ALBUQUERQUE, N.M. — There is a song about mucus membrane and other smelly, gooey things, and a week after three UNM first-year medical students put it online, it is mighty popular.
We’re talking 65,000-YouTube-hits popular. And counting.
The rap song, set to “Look at Me Now” – originally by Chris Brown, Busta Rhymes and Lil’ Wayne – has gone what they call “viral,” which is somewhat fitting for this group of future doctors.
|How To Watch
You can find the medical students’ video at http://www.youtube.com/watch?v=KLT9SBypzpw. To donate, go to www.eastcentralministries.org.
The students are Adi Mehta, 21, and Nick Villalobos and Umar Malik, both 23. They are trying to raise money for One Hope Centro De Vida Health Center, where they volunteer. They hope the more views their song gets, the more dollars the clinic makes.
Also, that “people get a laugh out of it,” Villalobos said. “We wanted to do it because it’s a fun way to represent our class.”
The idea came about while the students, scheduled to finish medical school in 2015, were out to dinner.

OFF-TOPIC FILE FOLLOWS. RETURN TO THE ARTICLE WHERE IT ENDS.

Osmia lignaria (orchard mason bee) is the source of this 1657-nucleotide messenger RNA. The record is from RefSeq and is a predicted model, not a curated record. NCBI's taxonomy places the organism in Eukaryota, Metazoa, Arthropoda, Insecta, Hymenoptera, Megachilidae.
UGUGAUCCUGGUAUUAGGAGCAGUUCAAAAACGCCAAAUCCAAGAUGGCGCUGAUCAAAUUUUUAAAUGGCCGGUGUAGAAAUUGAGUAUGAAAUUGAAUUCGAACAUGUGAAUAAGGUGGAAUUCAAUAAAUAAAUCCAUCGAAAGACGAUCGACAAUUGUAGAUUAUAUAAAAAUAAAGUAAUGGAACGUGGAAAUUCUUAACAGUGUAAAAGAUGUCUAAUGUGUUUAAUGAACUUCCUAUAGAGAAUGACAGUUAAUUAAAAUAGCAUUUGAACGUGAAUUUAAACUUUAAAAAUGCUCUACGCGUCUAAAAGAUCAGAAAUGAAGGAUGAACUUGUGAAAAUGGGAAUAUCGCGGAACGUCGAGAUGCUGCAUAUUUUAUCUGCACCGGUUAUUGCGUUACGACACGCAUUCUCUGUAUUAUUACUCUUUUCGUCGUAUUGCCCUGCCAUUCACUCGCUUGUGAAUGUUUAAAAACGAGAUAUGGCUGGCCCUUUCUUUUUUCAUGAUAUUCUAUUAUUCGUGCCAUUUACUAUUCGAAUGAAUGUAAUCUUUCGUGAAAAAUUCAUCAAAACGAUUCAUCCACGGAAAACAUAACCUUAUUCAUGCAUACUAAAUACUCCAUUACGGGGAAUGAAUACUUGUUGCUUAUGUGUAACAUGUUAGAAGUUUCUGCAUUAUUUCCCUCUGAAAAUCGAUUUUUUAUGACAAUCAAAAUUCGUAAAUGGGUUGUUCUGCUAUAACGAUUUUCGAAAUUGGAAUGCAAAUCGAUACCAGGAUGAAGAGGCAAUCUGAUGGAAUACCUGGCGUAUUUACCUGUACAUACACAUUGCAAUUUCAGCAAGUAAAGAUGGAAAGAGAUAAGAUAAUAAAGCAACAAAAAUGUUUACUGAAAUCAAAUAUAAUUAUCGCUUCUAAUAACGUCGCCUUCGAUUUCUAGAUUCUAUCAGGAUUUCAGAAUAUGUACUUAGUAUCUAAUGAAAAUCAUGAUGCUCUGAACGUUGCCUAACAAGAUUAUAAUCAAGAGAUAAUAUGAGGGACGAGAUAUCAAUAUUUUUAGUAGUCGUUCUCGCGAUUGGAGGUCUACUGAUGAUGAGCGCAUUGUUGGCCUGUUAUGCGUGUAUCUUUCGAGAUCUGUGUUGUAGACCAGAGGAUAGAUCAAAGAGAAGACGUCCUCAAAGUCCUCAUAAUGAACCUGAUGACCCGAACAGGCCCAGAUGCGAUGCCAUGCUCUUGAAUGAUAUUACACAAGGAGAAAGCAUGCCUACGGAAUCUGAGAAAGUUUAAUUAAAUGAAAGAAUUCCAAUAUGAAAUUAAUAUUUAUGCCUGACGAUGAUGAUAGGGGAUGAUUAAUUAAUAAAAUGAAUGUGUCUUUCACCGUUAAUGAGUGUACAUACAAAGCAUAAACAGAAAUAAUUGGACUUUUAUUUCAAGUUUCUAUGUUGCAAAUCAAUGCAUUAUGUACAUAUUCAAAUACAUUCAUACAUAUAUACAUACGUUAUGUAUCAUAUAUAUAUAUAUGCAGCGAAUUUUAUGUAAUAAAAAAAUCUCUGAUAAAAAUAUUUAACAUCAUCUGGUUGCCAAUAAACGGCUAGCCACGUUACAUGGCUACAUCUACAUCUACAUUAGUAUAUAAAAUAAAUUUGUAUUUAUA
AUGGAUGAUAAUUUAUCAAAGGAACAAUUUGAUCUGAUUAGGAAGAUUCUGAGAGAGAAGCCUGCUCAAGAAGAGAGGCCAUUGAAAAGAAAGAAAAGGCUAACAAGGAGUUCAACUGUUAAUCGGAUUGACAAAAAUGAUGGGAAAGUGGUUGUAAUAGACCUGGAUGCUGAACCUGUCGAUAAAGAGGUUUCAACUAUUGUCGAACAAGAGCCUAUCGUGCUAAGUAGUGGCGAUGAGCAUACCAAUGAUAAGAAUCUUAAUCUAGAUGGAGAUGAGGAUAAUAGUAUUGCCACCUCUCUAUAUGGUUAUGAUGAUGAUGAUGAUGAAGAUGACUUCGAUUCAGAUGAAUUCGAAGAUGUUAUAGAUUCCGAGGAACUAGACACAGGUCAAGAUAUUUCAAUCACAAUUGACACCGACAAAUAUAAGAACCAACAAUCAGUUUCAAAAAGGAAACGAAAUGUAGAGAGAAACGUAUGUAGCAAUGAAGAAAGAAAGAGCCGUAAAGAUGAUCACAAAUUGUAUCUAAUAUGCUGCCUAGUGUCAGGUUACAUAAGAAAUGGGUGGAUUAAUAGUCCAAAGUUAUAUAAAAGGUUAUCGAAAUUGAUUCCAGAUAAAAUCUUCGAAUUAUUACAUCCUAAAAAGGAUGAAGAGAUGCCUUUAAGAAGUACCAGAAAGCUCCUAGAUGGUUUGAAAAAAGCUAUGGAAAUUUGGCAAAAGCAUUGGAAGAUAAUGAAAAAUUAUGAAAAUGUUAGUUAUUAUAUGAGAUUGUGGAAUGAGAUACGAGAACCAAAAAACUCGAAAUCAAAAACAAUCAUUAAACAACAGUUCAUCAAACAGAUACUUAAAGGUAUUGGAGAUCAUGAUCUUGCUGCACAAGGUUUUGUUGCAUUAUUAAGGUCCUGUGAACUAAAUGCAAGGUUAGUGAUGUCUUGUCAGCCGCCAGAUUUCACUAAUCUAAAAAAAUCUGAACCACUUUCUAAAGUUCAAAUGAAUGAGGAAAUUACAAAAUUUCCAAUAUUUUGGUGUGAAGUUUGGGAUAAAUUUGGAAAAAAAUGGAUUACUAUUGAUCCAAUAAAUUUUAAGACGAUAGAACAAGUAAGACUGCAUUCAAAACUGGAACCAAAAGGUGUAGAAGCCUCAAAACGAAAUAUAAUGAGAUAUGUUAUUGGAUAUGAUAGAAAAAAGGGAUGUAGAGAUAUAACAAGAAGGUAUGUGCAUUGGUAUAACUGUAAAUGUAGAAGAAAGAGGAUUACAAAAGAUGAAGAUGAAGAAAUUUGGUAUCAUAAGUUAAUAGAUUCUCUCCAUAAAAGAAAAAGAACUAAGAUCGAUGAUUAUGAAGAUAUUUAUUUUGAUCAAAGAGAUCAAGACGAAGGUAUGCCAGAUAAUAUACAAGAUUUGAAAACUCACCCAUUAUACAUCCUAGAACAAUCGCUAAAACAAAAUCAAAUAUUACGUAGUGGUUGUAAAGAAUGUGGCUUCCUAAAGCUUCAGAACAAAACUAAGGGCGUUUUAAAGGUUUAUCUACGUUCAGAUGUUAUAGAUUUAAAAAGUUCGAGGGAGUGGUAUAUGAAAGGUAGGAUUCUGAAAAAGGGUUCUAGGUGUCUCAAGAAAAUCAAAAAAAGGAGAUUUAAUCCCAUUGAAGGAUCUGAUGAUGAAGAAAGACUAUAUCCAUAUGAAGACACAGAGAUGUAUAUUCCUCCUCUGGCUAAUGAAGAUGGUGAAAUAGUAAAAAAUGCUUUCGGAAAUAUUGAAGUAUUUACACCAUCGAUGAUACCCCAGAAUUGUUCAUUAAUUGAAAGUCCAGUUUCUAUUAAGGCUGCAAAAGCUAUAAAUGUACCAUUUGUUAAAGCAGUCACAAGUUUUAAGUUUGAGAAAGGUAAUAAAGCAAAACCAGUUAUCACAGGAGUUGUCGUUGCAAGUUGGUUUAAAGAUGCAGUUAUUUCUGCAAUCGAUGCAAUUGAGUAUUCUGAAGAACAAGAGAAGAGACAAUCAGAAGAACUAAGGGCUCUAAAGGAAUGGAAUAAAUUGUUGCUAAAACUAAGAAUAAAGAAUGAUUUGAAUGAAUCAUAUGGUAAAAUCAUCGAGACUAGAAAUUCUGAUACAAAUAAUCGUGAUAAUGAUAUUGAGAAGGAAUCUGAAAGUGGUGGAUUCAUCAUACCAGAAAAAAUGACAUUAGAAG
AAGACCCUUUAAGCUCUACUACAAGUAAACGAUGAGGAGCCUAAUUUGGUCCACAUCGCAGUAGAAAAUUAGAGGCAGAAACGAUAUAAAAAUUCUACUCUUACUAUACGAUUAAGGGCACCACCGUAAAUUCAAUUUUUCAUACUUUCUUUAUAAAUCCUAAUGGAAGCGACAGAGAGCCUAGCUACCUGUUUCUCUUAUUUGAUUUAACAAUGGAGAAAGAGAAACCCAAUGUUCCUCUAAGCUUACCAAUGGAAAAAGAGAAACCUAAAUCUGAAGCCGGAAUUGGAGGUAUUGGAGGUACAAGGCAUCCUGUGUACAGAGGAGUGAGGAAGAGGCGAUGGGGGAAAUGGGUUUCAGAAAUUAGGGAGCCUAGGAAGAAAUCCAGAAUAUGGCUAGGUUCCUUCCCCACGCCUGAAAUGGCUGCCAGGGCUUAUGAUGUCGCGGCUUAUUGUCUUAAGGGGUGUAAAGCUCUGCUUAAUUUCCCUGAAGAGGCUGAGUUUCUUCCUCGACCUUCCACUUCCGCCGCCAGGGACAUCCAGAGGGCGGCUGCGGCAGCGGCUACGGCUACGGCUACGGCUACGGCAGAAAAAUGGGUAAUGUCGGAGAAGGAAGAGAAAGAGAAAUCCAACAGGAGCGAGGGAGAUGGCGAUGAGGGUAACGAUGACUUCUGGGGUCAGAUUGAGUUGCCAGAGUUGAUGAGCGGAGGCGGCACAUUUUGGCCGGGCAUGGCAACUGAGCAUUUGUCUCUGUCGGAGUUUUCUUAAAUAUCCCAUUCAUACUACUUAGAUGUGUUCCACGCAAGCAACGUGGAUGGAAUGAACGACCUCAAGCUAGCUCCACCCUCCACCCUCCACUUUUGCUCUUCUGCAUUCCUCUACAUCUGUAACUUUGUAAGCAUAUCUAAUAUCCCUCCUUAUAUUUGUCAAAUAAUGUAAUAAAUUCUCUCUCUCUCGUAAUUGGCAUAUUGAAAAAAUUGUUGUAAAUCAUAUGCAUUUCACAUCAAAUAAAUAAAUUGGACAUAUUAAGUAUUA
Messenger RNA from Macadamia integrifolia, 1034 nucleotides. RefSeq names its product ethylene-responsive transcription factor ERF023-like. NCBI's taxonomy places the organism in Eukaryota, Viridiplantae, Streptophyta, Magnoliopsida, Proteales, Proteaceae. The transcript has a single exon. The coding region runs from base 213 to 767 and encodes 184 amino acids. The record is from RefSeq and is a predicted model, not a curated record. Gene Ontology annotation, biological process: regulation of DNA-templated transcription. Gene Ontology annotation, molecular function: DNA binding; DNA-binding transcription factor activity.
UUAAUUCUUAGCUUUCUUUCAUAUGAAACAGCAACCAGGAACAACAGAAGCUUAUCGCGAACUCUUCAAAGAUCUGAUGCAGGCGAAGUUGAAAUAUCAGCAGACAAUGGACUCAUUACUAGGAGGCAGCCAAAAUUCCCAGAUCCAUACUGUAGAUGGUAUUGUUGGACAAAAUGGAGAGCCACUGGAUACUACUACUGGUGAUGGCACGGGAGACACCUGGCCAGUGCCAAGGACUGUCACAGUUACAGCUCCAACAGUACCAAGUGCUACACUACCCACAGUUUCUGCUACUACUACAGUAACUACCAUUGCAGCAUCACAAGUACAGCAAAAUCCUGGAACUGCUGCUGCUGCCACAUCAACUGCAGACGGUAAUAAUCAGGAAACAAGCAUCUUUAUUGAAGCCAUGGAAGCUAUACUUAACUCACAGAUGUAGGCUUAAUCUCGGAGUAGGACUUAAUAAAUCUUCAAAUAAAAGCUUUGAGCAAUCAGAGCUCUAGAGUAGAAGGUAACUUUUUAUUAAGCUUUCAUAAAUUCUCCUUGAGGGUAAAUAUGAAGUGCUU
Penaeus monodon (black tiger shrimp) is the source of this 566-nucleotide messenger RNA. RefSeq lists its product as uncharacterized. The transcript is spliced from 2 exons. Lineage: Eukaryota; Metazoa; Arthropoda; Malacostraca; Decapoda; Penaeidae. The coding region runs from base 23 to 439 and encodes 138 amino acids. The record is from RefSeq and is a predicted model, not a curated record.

While some of their peers were vacationing during spring break, the students spent their time at the Health Sciences Center recording audio and video. Within two weeks, the final product, featuring numerous other medical students exploring their artistic side, was ready to go.
It went live on March 22.
“I was like, I hope we get 5,000 hits. We’ve had almost 10,000 views per day,” Mehta said.
People from as far as South Africa have hailed it in the YouTube comments section, and, at school, the young men are getting more attention than usual.
Their popularity has also translated into several hundred dollars for One Hope.
Mehta, Villalobos and Malik began volunteering at the clinic last semester, helping to translate for patients who don’t speak English, conducting initial patient interviews and performing physical exams.
The clinic, 133 Virginia NE, serves uninsured, immigrant and low-income residents from the International District.
It also helps medical students learn outside the classroom.
“We get to practice the things we learn in medical school in an actual real setting,” Mehta said. “That’s another great advantage for us as first-year medical students – we also get to go out in the medical field and practice.”
— This article appeared on page D1 of the Albuquerque Journal